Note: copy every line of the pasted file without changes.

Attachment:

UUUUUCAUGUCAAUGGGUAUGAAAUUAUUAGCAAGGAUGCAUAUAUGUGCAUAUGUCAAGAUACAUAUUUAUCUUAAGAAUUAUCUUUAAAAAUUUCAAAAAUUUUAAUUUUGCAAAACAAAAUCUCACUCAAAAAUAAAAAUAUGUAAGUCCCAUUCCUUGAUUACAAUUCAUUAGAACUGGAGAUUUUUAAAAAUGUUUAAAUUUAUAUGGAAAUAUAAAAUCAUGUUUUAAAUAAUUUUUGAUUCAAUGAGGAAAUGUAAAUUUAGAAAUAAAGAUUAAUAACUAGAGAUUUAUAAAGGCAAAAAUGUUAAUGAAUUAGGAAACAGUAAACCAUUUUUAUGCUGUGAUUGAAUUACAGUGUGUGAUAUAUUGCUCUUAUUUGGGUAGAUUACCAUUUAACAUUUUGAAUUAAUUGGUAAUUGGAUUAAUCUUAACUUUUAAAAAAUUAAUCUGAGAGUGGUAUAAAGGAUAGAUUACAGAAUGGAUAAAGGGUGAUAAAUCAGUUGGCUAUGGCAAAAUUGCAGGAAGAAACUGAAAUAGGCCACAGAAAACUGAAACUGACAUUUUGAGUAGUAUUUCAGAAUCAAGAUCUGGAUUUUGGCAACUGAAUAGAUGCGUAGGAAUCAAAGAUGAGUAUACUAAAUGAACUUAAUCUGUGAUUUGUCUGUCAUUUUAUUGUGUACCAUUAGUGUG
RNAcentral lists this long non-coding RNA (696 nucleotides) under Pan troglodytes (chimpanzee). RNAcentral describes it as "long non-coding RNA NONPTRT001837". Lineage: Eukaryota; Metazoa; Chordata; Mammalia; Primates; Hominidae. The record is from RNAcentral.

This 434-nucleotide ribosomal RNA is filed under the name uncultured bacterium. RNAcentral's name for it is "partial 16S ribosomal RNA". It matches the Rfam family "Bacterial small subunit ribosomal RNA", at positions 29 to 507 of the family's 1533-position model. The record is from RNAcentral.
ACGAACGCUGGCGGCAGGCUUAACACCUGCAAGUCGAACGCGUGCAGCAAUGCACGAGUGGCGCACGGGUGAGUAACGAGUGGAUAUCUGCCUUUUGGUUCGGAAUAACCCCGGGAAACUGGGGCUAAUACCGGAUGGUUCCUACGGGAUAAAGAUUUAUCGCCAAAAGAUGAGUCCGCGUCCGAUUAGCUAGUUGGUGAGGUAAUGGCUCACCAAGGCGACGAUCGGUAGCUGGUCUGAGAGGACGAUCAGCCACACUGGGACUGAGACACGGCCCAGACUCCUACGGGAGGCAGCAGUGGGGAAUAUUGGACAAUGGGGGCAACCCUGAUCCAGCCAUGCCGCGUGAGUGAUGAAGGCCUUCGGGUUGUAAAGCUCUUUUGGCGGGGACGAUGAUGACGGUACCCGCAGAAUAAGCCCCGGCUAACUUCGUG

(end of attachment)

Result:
UUUUUCAUGUCAAUGGGUAUGAAAUUAUUAGCAAGGAUGCAUAUAUGUGCAUAUGUCAAGAUACAUAUUUAUCUUAAGAAUUAUCUUUAAAAAUUUCAAAAAUUUUAAUUUUGCAAAACAAAAUCUCACUCAAAAAUAAAAAUAUGUAAGUCCCAUUCCUUGAUUACAAUUCAUUAGAACUGGAGAUUUUUAAAAAUGUUUAAAUUUAUAUGGAAAUAUAAAAUCAUGUUUUAAAUAAUUUUUGAUUCAAUGAGGAAAUGUAAAUUUAGAAAUAAAGAUUAAUAACUAGAGAUUUAUAAAGGCAAAAAUGUUAAUGAAUUAGGAAACAGUAAACCAUUUUUAUGCUGUGAUUGAAUUACAGUGUGUGAUAUAUUGCUCUUAUUUGGGUAGAUUACCAUUUAACAUUUUGAAUUAAUUGGUAAUUGGAUUAAUCUUAACUUUUAAAAAAUUAAUCUGAGAGUGGUAUAAAGGAUAGAUUACAGAAUGGAUAAAGGGUGAUAAAUCAGUUGGCUAUGGCAAAAUUGCAGGAAGAAACUGAAAUAGGCCACAGAAAACUGAAACUGACAUUUUGAGUAGUAUUUCAGAAUCAAGAUCUGGAUUUUGGCAACUGAAUAGAUGCGUAGGAAUCAAAGAUGAGUAUACUAAAUGAACUUAAUCUGUGAUUUGUCUGUCAUUUUAUUGUGUACCAUUAGUGUG
RNAcentral lists this long non-coding RNA (696 nucleotides) under Pan troglodytes (chimpanzee). RNAcentral describes it as "long non-coding RNA NONPTRT001837". Lineage: Eukaryota; Metazoa; Chordata; Mammalia; Primates; Hominidae. The record is from RNAcentral.

This 434-nucleotide ribosomal RNA is filed under the name uncultured bacterium. RNAcentral's name for it is "partial 16S ribosomal RNA". It matches the Rfam family "Bacterial small subunit ribosomal RNA", at positions 29 to 507 of the family's 1533-position model. The record is from RNAcentral.
ACGAACGCUGGCGGCAGGCUUAACACCUGCAAGUCGAACGCGUGCAGCAAUGCACGAGUGGCGCACGGGUGAGUAACGAGUGGAUAUCUGCCUUUUGGUUCGGAAUAACCCCGGGAAACUGGGGCUAAUACCGGAUGGUUCCUACGGGAUAAAGAUUUAUCGCCAAAAGAUGAGUCCGCGUCCGAUUAGCUAGUUGGUGAGGUAAUGGCUCACCAAGGCGACGAUCGGUAGCUGGUCUGAGAGGACGAUCAGCCACACUGGGACUGAGACACGGCCCAGACUCCUACGGGAGGCAGCAGUGGGGAAUAUUGGACAAUGGGGGCAACCCUGAUCCAGCCAUGCCGCGUGAGUGAUGAAGGCCUUCGGGUUGUAAAGCUCUUUUGGCGGGGACGAUGAUGACGGUACCCGCAGAAUAAGCCCCGGCUAACUUCGUG